Remuneration for CHWs and supervisors. CHW stipends are sometimes irregular because of administrative challenges and reduction in funding allocation in the government funding agencies. The challenges with funding also meant that not all CHWs are paid stipends. Together, these contributed to attrition among CHWs and supervisors and also made it difficult for CBOs to attract and recruit new CHWs, which in turn led to shortage of supervisors and CHWs. Supervisors felt dissatisfied with having to deal with consequences of these challenges which undermines their work. A manager of a small CBO said:

Currently we have a staff shortage, only four of us here. Some people (CHWs) leave because we do not give stipends and people only work to get money at the end of the day. At the moment we need more hands so that we can try to help the community. (Manager/supervisor)

In addition, participants indicated that they were poorly remunerated when compared with colleagues working in government agencies. This caused some dissatisfaction with their jobs but did not seem to dampen their spirits or motivation and they continued to be motivated by other intrinsic factors.

Financially, the pay is not good but I always tell myself that whatever I am doing is helping in some way, somewhere, somehow. (Supervisor)

Problems with material resources and transport. All the participants reported that they were demoralized by the shortage of food items meant for needy households. In addition, only three of the CBOs had vehicles for delivering material supplies to their beneficiaries during supervisory visits. Therefore, supervisors had to deal with transport and logistical challenges.

We don’t have transport to help people; like in this organisation we need transport because we visit the patients and we use our cars. (Manager/supervisor)

Confronting job insecurity. Majority of the supervisors highlighted job insecurity as a source of dissatisfaction. The challenges with funding led to a situation where CBOs could not guarantee the job of supervisors and had to retrench some staff in order to stay afloat. All programme staffers were on 1-year contracts that are renewable subject to availability of funding. This means that when there are challenges with funding, CBOs can, and do, relieve supervisors of their jobs at the end of their contracts. These factors in turn led to job insecurity among supervisors with participants constantly living in fear of losing their jobs.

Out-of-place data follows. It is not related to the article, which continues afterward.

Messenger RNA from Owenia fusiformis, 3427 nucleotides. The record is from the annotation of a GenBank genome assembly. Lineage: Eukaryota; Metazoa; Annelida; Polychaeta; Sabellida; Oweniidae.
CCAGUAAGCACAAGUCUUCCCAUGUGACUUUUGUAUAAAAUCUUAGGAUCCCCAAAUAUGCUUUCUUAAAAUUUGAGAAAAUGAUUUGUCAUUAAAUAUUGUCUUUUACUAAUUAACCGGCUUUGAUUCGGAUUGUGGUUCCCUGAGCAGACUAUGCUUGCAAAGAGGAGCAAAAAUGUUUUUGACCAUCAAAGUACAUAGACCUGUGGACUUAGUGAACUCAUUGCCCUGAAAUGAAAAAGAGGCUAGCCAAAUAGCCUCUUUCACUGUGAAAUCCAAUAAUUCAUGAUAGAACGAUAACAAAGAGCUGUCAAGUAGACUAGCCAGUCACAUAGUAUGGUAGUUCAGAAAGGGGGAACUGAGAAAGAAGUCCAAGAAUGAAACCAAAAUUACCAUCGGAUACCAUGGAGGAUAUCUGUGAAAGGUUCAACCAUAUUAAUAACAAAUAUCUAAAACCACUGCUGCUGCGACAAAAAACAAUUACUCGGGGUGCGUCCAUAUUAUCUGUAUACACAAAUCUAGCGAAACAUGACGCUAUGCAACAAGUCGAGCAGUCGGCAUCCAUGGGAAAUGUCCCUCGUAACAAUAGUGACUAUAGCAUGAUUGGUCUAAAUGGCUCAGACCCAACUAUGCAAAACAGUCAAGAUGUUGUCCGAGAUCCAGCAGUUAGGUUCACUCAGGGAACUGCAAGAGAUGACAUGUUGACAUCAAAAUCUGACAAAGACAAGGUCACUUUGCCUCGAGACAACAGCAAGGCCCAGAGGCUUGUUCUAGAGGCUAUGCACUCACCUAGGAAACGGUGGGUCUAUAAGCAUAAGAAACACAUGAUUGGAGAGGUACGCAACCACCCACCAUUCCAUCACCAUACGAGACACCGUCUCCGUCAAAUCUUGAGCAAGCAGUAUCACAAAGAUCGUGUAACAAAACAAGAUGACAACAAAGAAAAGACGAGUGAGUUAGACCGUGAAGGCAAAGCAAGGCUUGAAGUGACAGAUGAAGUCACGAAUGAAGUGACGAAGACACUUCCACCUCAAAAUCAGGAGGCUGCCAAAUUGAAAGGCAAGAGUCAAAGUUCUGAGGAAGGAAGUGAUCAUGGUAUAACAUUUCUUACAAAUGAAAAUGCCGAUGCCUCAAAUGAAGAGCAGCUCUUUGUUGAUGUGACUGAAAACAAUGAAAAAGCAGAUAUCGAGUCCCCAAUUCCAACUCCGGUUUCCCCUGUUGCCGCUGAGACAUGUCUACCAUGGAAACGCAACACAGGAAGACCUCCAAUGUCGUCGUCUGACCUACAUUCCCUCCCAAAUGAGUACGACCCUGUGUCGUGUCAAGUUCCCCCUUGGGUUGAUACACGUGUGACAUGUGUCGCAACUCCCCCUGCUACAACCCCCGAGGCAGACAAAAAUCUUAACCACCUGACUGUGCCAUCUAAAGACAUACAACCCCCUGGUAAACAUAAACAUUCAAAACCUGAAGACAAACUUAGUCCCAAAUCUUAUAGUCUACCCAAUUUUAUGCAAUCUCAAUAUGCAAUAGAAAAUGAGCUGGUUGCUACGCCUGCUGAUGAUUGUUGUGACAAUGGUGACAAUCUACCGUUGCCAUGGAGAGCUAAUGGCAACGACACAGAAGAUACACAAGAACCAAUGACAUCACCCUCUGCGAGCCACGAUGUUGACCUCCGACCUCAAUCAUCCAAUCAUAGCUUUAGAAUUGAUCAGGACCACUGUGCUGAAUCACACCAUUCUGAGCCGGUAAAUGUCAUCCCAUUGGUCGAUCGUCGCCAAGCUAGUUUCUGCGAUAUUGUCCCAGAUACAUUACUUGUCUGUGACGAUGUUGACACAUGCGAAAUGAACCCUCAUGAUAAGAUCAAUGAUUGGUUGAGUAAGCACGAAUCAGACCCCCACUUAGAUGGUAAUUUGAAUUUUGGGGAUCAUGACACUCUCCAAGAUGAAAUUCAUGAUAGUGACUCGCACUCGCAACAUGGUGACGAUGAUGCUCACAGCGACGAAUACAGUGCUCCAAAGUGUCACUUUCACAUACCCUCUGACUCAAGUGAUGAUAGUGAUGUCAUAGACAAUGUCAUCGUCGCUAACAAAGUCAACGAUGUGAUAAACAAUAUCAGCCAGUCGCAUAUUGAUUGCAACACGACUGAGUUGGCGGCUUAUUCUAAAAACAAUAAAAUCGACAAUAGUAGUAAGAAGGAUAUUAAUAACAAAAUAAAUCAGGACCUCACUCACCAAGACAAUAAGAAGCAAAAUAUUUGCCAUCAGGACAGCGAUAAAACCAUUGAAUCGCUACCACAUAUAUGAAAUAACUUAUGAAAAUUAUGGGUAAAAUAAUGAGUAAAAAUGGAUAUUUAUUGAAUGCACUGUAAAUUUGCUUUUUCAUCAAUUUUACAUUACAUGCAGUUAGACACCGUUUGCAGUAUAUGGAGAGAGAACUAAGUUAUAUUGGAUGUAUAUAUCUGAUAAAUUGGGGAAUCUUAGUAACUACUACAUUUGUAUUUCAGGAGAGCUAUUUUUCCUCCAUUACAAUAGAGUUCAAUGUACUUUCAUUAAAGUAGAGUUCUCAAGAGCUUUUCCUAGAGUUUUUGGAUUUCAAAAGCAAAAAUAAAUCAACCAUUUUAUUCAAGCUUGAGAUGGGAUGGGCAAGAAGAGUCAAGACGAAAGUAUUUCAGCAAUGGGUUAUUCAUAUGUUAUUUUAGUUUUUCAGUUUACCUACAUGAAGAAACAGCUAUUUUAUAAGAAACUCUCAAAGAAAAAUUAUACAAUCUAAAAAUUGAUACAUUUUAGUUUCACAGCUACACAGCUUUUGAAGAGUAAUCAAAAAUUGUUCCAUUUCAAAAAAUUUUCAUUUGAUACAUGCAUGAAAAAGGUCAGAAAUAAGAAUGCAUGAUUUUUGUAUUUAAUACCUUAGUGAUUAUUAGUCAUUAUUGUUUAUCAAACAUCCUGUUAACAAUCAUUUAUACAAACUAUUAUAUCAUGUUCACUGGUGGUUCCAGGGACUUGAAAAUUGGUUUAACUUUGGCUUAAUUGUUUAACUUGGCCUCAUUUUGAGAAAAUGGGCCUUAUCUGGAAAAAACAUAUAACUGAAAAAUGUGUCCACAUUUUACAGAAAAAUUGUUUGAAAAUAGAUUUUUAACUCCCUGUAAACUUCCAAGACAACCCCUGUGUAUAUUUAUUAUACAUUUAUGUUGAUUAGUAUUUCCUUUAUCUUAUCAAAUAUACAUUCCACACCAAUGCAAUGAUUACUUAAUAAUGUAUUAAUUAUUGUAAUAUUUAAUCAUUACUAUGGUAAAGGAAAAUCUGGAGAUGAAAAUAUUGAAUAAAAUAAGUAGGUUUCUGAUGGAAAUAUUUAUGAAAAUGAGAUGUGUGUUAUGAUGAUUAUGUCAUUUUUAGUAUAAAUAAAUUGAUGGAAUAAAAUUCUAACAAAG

Some of our staff were retrenched which was quite sad because financially the organization could not afford to keep them.

Work-related stressors. The most common dissatisfier discussed by participants is work-related stressors. This mainly comes from work overload. Work overload is compounded by inadequate funding to hire supervisors and recruit CHWs. As a consequence, the few supervisors working in the CBOs had heavy workloads. Majority of the supervisors indicated that they sometimes felt overwhelmed with having to replace or fill in for absentee CHWs sometimes at short notice, conduct regular supervisory field visits and at the same time do a lot of administrative work. They found it daunting to combine the field visits, which they do 4 days a week, with administrative work. Additionally, managers in small CBOs reported work overload stemming from having to combine their managerial responsibilities which includes attending meetings, fundraising and overall management with the supervision of CHWs.

Sometime I have to go to Cape Town …for the whole weekend and then (the) next weekend I have to go somewhere else for a meeting. I don’t have time for my five children. I go home at 4.00 pm or 5.00 pm and I’m sleeping at 2.00 am trying to do the work that is supposed to be done. (Manager/supervisor)